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Sometimes clients, and even trained marketing professionals, confuse the terminology associated with the tactical elements of branding. This should really come as no surprise, we marketers aren’t always the clearest in the shorthand we use to refer to matters of “the brand.”  Logos, identity, messaging, positioning, brand personality – the etymology of all things brand-related is a bit unclear and it’s led to some classic misnomers. And “branding” – like “Googling” – has now even become a verb, as if it were something to be started and finished.

Let’s takes a look at branding terminology and try to make a little sense of the subject.

What is a Brand?

The most common misconception: That branding is something you choose to do – a fixed project with a start and a finish. But branding – the process by which an impression is formed in the minds of your audience – never ends. Every interaction with a company leaves a living memory in the minds of individuals – and a “Collective Perception” across a wider audience.

Brand Love

When the marketing planets and stars are in perfect alignment, there is sometimes “love” for a brand: an excited anticipation for something good that will happen to us if we buy that product or service. The brand, then, is a tangible realization of our abstract beliefs. Strong brands are viewed as “trusted friends,” and brand loyalty arises on the basis of emotional affinity.

A brand, then, is the unique sum of all impressions associated with a company.

Powerful Brands Help Weather the Storms

Ironically, it is the intangible nature of the brand that gives it so much potential value. A strong brand – one with positive brand equity – remains sturdy, even when the product fails to deliver on the customer’s expectations.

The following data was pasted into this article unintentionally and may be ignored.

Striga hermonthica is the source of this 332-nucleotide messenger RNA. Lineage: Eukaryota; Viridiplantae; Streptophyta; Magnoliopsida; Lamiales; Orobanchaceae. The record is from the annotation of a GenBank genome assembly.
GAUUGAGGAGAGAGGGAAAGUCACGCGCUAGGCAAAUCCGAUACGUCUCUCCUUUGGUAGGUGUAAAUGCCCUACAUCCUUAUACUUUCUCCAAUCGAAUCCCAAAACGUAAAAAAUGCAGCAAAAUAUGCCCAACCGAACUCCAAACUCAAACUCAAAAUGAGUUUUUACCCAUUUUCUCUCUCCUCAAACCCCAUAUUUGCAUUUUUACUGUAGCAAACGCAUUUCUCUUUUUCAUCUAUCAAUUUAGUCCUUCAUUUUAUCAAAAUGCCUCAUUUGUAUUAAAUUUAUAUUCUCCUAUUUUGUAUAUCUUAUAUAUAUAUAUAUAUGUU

• The visible symbols of an organization – (Consider the Coca Cola examples above).
  • It is more than a logo or a name or colors.


  • “Who are you, what do you do, and why should I care?”
  • The 2 – 3 facts and support points essential to an audience understanding your business.


  • The essential idea you “own” – or want to own – in the minds of your audience.


  • What the customer is assured of receiving – and the emotional or practical value that the customer can expect to enjoy.


  • The human qualities of the brand. “If our brand were a person, how would she or he dress? What kind of car would she drive? How would he speak?”
  • By considering the brand as a human, it increases the likelihood that the audience will identify and connect on an emotional level.


  • The unique benefits that set the company apart from the competition.


  • The logo helps to humanize a company’s presenting face, a personality in the form of a symbol.
  • The logo is a symbol that triggers a flood of associations, memories built up over time, which, when taken together, add up to your personal conception of that particular brand. When all of this happens, the logo has done its job!


At Level Marketing we’ve instigated a “Brand Mapping” process for our clients. One by which the brand attributes, messages and personality can be distilled to their core, giving the organization a substantive and well-defined foundation on which to build a cohesive brand and marketing program.

Engaging in the brand mapping process forces the business to think about important strategic issues including:

  • Vision
  • Business goals
  • Corporate values

Through brand mapping we discover the core essence of the brand and we objectively define the various elements of identity and how they relate to each other. And, at a base level, knowing and having an intimate understanding of your brand and its unique attributes is what allows your company to articulate what sets it apart from the competition  and have potentially realize greater sales.

Need a little assistance in developing your brand?
Level Marketing can assist with your recognition!